Glen: It’s just your target market. Well, and the older crowd’s home all day. So like I said, I’ve done it both ways. I’ve door-knocked year-round, I door-knocked the summer blitz where you’re going from sunup to sundown, and that was the beauty of it. Grandma, who is retired and she’s 70 years old and she’s got a little extra income and she’d love protection, and again, I think alarm sales is so applicable to insurance because you’re selling protection. That’s really what it is.

Life insurance is protection for their family when they pass away and alarm service, a monitoring service, which is essentially what you’re selling, is just protection for them while they’re living. So it’s very similar in that sense.

Travis: Yeah, so a couple things that we would look for is first of all you want to be—as far as like a general rule of thumb—you want to be in an area that is basically the worst area that you can find that can still pass credit. So you can’t go door-knock downtown Compton in the straight-up ghetto; you’re not going to get good results from that. But the area right above that, that still has some houses that are dilapidated and just pieces of crap.

The best people that are going to be—the best people are the people in those neighborhoods that have good credit and take care of their stuff. So that’s when you could start like cherry-picking and finding and getting really good at figuring out which doors are going to be deals or not. So I would say that’s the first rule of thumb is try to go to the lowest area that you can that will still pass credit, like people that are still competent and working, and have decent money coming in.

And then when you’re driving around, you want to look for things like a lawn that’s taken care of. If you’re in insurance or if you’re in alarms, looking for alarm signs in the front hard, that’s a pretty good sign, especially if it’s like a Vivint, or an Alder, or Skyline or something—

Glen: Because they got sold. [33:30]

Travis: It’s because they got sold by a door-to-door sales rep. So you know that they’re at least open to talking to people that knock on their door. Most people that buy those kinds of systems are like—most of Vivint’s systems are done door-to-door, so Vivint’s probably a good one to use because they’re all over the place and they’re a billion-dollar company. So you see that orange circular sign, that’s either Vivint Solar or Vivint Alarms, you know that they got sold by a door-to-door rep and so you might be able to sell them your product because they could have been in the market for an alarm, but you know that they’re at least willing to talk to somebody that knocks on their door.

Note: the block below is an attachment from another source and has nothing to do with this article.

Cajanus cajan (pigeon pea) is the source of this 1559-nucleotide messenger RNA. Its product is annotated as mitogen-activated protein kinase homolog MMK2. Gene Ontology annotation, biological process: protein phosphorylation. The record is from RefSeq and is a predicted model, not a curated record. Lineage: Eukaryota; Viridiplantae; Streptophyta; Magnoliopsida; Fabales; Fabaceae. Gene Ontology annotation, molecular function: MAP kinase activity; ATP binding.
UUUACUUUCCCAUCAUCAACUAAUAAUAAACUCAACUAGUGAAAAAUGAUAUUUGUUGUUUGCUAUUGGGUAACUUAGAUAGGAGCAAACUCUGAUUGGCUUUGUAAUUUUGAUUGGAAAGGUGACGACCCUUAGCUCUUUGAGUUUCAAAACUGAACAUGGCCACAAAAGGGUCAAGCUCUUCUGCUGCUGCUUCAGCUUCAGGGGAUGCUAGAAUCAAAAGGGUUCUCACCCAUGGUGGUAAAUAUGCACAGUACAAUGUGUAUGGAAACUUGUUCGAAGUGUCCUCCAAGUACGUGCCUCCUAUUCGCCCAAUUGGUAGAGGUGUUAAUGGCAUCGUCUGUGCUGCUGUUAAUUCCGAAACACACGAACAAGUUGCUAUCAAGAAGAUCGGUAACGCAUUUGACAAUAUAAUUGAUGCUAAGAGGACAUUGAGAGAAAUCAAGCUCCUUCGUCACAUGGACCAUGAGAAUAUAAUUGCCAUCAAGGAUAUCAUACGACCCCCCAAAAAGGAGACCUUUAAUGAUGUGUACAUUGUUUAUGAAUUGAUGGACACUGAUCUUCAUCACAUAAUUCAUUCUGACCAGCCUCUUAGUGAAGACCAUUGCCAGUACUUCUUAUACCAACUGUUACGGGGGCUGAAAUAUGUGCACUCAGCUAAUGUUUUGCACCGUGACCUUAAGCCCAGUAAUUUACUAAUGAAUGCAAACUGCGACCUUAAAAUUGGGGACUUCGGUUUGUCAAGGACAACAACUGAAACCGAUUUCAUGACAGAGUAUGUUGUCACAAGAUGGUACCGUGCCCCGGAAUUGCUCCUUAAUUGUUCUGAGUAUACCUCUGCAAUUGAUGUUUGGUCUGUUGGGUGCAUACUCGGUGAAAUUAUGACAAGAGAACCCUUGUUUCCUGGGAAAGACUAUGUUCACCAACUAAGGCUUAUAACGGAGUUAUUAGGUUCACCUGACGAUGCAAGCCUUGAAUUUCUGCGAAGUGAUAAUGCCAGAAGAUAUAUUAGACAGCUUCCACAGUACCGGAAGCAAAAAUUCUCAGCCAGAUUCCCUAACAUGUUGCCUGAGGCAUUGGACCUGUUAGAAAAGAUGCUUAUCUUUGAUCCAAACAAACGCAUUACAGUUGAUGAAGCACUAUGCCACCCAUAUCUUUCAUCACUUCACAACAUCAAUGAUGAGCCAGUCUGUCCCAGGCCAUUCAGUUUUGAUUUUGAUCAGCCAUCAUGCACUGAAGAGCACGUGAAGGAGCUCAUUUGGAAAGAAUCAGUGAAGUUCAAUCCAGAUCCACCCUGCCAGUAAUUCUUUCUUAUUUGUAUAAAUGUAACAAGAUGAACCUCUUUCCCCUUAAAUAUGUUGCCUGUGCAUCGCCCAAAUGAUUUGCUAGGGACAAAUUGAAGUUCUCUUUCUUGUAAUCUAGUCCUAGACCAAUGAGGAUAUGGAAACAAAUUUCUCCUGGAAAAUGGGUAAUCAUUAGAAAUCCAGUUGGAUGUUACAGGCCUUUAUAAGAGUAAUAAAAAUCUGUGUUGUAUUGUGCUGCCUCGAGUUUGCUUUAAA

So looking for alarm signs, looking for solar systems that are set up on the house, those are both pretty good indicators for us. Looking to see what kind of car is in the driveway. If they have a—it doesn’t have to be a BMW, but if they have like a new Camry or something like that, you know that they, like I said, they love those payments, that they have decent credit, that they love having payments on stuff, and that’s how they pay their things off. They don’t pay cash for them, they’ve probably got a payment on that new Camry.

It doesn’t have to be a BMW or Mercedes or whatever, but if they have a decent car in the driveway and they take care of their lawn, they have an alarm sign, maybe they have upgraded windows. If you’re in some of these older neighborhoods and you can see that they’ve upgraded their windows to the vinyl dual-pane windows instead of single-pane windows from the 50s. Little things like that, you’ll just be like, “Ok, they like to improve things, they like to spend money on things like that, they like to have payments. They have decent credit, they have decent income coming in. They’re probably one of the more well-to-do people in this particular area.”

Those are the houses that I would look at and be like, “That is a mother-effing deal right there.”

Glen: Well, and just to translate for the insurance agents listening to this, unfortunately there’s not signs. I wish there were signs in the front yard that said, “I own life insurance. Don’t talk to me.” But at the same time, I’ll have agents who reach out to me and they say, “Well Glen, I just got this lead and they said they already had insurance. How am I supposed to sell them? I don’t want this lead.”